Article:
Independent Contact Center Consultants: Bridging Strategy, Technology and Operations Since 2004

Technology Helps with Understaffing

Our annual challenges and priorities survey, as well as our project experience, show that high attrition, absence and adherence issues, and the uphill battle to gain budget approval for additional staff remain pain points for many centers. While technology is not a “white knight” riding in to solve the staffing problems, it can be used effectively to target workload reduction.

Leveraging the front end of self-service, even if it’s just information gathering, is a good place to start. Improving authentication and passing the status to an agent can pay dividends in tens of seconds per call. Clearly identifying the reason for the call can help routing, therefore reducing transfers and the associated waste of time.

The desktop is the next target, and opportunities abound. Age-old “screen pops” are not ubiquitous, but with today’s technology they should be. If you’re not popping screens into the customer’s account, a relevant script for the call type, or some other great launching point for the conversation, it’s time to pursue it. Screen pops are relatively easy and a little collaboration between the IT team and the vendor can probably deliver a quick win.

We find it amazing how much walking around still occurs even though everyone seems to agree agents shouldn’t have to leave their seats to get help or answers! Collaboration tools help agents access subject matter experts, whether supervisors, higher tiers, or others across the enterprise. These tools may be part of an enterprise solution, a contact center solution, or CRM, and enable instant messaging, screen sharing, and/or a persistent shared session workspace for groups to communicate.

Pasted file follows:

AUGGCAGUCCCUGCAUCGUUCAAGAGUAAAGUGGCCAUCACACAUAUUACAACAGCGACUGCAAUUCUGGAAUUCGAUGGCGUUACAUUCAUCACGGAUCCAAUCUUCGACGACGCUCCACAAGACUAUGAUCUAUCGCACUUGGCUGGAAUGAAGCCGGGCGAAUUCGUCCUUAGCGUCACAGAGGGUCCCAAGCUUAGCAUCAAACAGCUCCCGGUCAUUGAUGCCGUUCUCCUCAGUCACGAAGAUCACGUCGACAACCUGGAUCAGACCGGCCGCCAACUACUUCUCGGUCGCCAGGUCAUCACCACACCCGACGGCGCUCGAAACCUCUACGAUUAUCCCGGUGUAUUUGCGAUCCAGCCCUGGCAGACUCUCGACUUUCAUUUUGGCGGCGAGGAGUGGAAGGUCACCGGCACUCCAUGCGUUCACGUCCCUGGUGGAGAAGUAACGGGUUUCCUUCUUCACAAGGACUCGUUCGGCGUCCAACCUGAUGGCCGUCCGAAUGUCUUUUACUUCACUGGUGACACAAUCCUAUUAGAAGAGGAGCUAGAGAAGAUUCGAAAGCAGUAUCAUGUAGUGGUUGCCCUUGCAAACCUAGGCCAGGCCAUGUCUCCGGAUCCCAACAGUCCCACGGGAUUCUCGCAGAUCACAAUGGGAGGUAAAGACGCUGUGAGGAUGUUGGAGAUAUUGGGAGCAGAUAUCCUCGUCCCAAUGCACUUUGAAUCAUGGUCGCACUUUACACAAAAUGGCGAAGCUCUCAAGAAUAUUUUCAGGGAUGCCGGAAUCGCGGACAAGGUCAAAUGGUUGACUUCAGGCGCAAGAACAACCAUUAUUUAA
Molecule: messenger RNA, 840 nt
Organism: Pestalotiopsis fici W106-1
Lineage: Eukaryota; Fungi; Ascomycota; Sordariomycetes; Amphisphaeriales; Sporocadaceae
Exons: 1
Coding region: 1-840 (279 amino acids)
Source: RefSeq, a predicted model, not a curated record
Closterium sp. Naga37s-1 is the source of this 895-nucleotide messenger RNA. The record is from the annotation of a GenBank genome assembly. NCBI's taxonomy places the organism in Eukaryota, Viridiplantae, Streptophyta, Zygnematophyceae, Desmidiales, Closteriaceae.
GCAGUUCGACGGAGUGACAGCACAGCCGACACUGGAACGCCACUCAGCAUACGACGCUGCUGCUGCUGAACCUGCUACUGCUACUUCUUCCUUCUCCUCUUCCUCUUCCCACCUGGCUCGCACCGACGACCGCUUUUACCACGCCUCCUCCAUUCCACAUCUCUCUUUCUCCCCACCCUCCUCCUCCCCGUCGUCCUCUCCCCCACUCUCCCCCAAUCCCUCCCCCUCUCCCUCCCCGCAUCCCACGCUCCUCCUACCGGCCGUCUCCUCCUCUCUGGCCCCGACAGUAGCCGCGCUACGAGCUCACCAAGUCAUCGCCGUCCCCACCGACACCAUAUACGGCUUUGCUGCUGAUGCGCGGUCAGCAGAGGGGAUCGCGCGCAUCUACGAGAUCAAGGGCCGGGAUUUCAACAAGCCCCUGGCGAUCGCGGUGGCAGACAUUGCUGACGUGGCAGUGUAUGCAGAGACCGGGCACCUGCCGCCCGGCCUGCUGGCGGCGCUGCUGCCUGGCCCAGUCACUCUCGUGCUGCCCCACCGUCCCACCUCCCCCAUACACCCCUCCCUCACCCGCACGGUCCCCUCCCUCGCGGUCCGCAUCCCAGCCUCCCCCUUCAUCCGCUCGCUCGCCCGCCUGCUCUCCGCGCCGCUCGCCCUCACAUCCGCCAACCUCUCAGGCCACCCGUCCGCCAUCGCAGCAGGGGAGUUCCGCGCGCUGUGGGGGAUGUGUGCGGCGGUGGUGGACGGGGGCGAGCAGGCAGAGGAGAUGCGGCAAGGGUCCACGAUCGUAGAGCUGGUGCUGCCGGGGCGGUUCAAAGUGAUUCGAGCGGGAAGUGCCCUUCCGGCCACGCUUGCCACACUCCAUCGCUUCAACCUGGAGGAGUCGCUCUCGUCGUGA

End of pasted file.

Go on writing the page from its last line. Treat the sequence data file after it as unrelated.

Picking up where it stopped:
Knowledge management is another great source of answers but a technology that is rarely well-used. Many of these tools are part of a CRM, but there is a resurgence of standalone cloud-based tools as well, with innovations tied into bots and a variety of channels. A good KM will provide excellent search and deliver bite-sized answers to an agent or a customer quickly. KM is also another area where AI can play a role, learning from the questions and resolutions, and potentially leveraging the same engine as the self-service tools discussed earlier.

My favorite “big bang for your buck” technology opportunity at the desktop is also the simplest: Add a second monitor! For relatively low cost, you can improve the agents’ navigation, avoid them writing things down, and give them greater visibility into more important information, and watch your handle time drop while your accuracy goes up.

Speaking of the desktop, if yours is a mess with many applications, lots of logging in, duplicate entries or lots of copy paste, look at consolidated desktop applications that create a front-end targeted to the interaction and its workflow. Agents can have what they need at their fingertips, easier navigation, improved information capture, and more. These solutions can be part of CRM or work with it, and can include workflows and KM.

Workflows should target the still too prevalent manual processes that go on within the center and with other parts of the organization. Paper forms, folders, and manual faxing should all be things of the past. They have a high cost in workload and introduce potential issues such as errors, time delays, and tracking or status voids.

I can’t overemphasize the importance of processes with all of these technologies. It’s easy to use them poorly otherwise. For example, you must maintain KM content, develop proper workflows (triggers, actions, etc.), define rules of engagement for collaboration tools, set up target groups, and define authentication “what if” scenarios based on what pops. The other “must have” is integration between applications, which means more than just hot links. Centers need to pursue approaches that eliminate copy-paste and writing notes onto paper or electronic notepads, and seek to never ask a customer to repeat information already provided!

Workforce Optimization (WFO) can play a role in optimizing handle time through analytics and Quality Monitoring (QM) tools. Desktop analytics can help a center understand how people are using their systems and find improvements in training, processes, and systems that can directly impact handle time. QM, including Screen Recording, and speech analytics, present a similar opportunity to look at where time is being spent and efficiencies gained.

For more information, download The Case for Technology in an Understaffed World.